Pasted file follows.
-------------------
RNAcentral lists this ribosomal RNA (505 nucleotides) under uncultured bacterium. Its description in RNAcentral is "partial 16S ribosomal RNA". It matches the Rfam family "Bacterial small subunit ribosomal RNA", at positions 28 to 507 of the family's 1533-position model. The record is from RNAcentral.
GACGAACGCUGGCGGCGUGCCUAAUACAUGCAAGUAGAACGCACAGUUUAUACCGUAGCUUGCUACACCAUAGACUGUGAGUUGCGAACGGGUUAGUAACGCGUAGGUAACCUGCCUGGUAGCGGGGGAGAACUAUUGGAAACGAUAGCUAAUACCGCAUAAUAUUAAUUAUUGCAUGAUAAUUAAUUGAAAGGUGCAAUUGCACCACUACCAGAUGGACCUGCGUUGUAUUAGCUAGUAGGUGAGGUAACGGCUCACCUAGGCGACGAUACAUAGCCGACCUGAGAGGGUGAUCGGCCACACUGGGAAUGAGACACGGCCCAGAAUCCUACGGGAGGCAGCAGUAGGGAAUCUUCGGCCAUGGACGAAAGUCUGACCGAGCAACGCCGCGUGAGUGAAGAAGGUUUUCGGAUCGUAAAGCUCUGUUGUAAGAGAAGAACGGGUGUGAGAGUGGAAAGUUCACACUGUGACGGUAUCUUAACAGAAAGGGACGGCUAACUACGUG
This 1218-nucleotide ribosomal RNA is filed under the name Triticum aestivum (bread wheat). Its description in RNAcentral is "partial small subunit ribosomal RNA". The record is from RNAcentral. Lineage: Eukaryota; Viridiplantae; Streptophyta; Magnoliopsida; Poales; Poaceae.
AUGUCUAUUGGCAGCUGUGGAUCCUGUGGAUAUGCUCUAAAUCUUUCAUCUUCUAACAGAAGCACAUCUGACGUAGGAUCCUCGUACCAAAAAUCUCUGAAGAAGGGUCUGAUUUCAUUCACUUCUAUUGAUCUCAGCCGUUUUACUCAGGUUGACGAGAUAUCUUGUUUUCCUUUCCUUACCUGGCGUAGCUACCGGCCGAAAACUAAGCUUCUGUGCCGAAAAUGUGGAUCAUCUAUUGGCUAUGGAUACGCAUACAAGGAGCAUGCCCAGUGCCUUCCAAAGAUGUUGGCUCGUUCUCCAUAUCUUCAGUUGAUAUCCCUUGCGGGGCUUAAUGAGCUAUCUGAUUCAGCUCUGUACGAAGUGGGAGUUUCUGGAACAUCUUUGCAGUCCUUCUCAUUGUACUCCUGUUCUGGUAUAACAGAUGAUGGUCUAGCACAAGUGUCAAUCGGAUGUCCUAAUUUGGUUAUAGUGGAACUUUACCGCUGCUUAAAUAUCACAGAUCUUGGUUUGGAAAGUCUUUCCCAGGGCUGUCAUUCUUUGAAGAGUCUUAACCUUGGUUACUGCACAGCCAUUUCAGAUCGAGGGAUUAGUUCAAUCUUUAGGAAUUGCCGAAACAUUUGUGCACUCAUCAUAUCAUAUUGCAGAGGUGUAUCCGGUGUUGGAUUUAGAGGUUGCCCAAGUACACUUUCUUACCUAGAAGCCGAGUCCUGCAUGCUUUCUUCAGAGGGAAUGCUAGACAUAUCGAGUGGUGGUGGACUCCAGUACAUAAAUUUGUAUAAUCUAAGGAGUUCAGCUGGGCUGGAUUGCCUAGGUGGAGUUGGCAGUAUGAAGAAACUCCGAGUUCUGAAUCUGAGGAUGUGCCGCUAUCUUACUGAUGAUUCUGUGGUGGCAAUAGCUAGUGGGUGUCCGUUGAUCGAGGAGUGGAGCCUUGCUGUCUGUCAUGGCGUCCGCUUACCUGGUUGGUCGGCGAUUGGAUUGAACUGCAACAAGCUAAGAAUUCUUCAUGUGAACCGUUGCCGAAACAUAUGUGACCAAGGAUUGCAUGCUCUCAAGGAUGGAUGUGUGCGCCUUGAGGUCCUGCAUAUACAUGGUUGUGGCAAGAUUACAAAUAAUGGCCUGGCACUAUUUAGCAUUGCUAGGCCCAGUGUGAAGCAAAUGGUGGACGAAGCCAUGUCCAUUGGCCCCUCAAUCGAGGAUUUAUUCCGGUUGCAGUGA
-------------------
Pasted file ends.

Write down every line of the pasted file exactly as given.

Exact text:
RNAcentral lists this ribosomal RNA (505 nucleotides) under uncultured bacterium. Its description in RNAcentral is "partial 16S ribosomal RNA". It matches the Rfam family "Bacterial small subunit ribosomal RNA", at positions 28 to 507 of the family's 1533-position model. The record is from RNAcentral.
GACGAACGCUGGCGGCGUGCCUAAUACAUGCAAGUAGAACGCACAGUUUAUACCGUAGCUUGCUACACCAUAGACUGUGAGUUGCGAACGGGUUAGUAACGCGUAGGUAACCUGCCUGGUAGCGGGGGAGAACUAUUGGAAACGAUAGCUAAUACCGCAUAAUAUUAAUUAUUGCAUGAUAAUUAAUUGAAAGGUGCAAUUGCACCACUACCAGAUGGACCUGCGUUGUAUUAGCUAGUAGGUGAGGUAACGGCUCACCUAGGCGACGAUACAUAGCCGACCUGAGAGGGUGAUCGGCCACACUGGGAAUGAGACACGGCCCAGAAUCCUACGGGAGGCAGCAGUAGGGAAUCUUCGGCCAUGGACGAAAGUCUGACCGAGCAACGCCGCGUGAGUGAAGAAGGUUUUCGGAUCGUAAAGCUCUGUUGUAAGAGAAGAACGGGUGUGAGAGUGGAAAGUUCACACUGUGACGGUAUCUUAACAGAAAGGGACGGCUAACUACGUG
This 1218-nucleotide ribosomal RNA is filed under the name Triticum aestivum (bread wheat). Its description in RNAcentral is "partial small subunit ribosomal RNA". The record is from RNAcentral. Lineage: Eukaryota; Viridiplantae; Streptophyta; Magnoliopsida; Poales; Poaceae.
AUGUCUAUUGGCAGCUGUGGAUCCUGUGGAUAUGCUCUAAAUCUUUCAUCUUCUAACAGAAGCACAUCUGACGUAGGAUCCUCGUACCAAAAAUCUCUGAAGAAGGGUCUGAUUUCAUUCACUUCUAUUGAUCUCAGCCGUUUUACUCAGGUUGACGAGAUAUCUUGUUUUCCUUUCCUUACCUGGCGUAGCUACCGGCCGAAAACUAAGCUUCUGUGCCGAAAAUGUGGAUCAUCUAUUGGCUAUGGAUACGCAUACAAGGAGCAUGCCCAGUGCCUUCCAAAGAUGUUGGCUCGUUCUCCAUAUCUUCAGUUGAUAUCCCUUGCGGGGCUUAAUGAGCUAUCUGAUUCAGCUCUGUACGAAGUGGGAGUUUCUGGAACAUCUUUGCAGUCCUUCUCAUUGUACUCCUGUUCUGGUAUAACAGAUGAUGGUCUAGCACAAGUGUCAAUCGGAUGUCCUAAUUUGGUUAUAGUGGAACUUUACCGCUGCUUAAAUAUCACAGAUCUUGGUUUGGAAAGUCUUUCCCAGGGCUGUCAUUCUUUGAAGAGUCUUAACCUUGGUUACUGCACAGCCAUUUCAGAUCGAGGGAUUAGUUCAAUCUUUAGGAAUUGCCGAAACAUUUGUGCACUCAUCAUAUCAUAUUGCAGAGGUGUAUCCGGUGUUGGAUUUAGAGGUUGCCCAAGUACACUUUCUUACCUAGAAGCCGAGUCCUGCAUGCUUUCUUCAGAGGGAAUGCUAGACAUAUCGAGUGGUGGUGGACUCCAGUACAUAAAUUUGUAUAAUCUAAGGAGUUCAGCUGGGCUGGAUUGCCUAGGUGGAGUUGGCAGUAUGAAGAAACUCCGAGUUCUGAAUCUGAGGAUGUGCCGCUAUCUUACUGAUGAUUCUGUGGUGGCAAUAGCUAGUGGGUGUCCGUUGAUCGAGGAGUGGAGCCUUGCUGUCUGUCAUGGCGUCCGCUUACCUGGUUGGUCGGCGAUUGGAUUGAACUGCAACAAGCUAAGAAUUCUUCAUGUGAACCGUUGCCGAAACAUAUGUGACCAAGGAUUGCAUGCUCUCAAGGAUGGAUGUGUGCGCCUUGAGGUCCUGCAUAUACAUGGUUGUGGCAAGAUUACAAAUAAUGGCCUGGCACUAUUUAGCAUUGCUAGGCCCAGUGUGAAGCAAAUGGUGGACGAAGCCAUGUCCAUUGGCCCCUCAAUCGAGGAUUUAUUCCGGUUGCAGUGA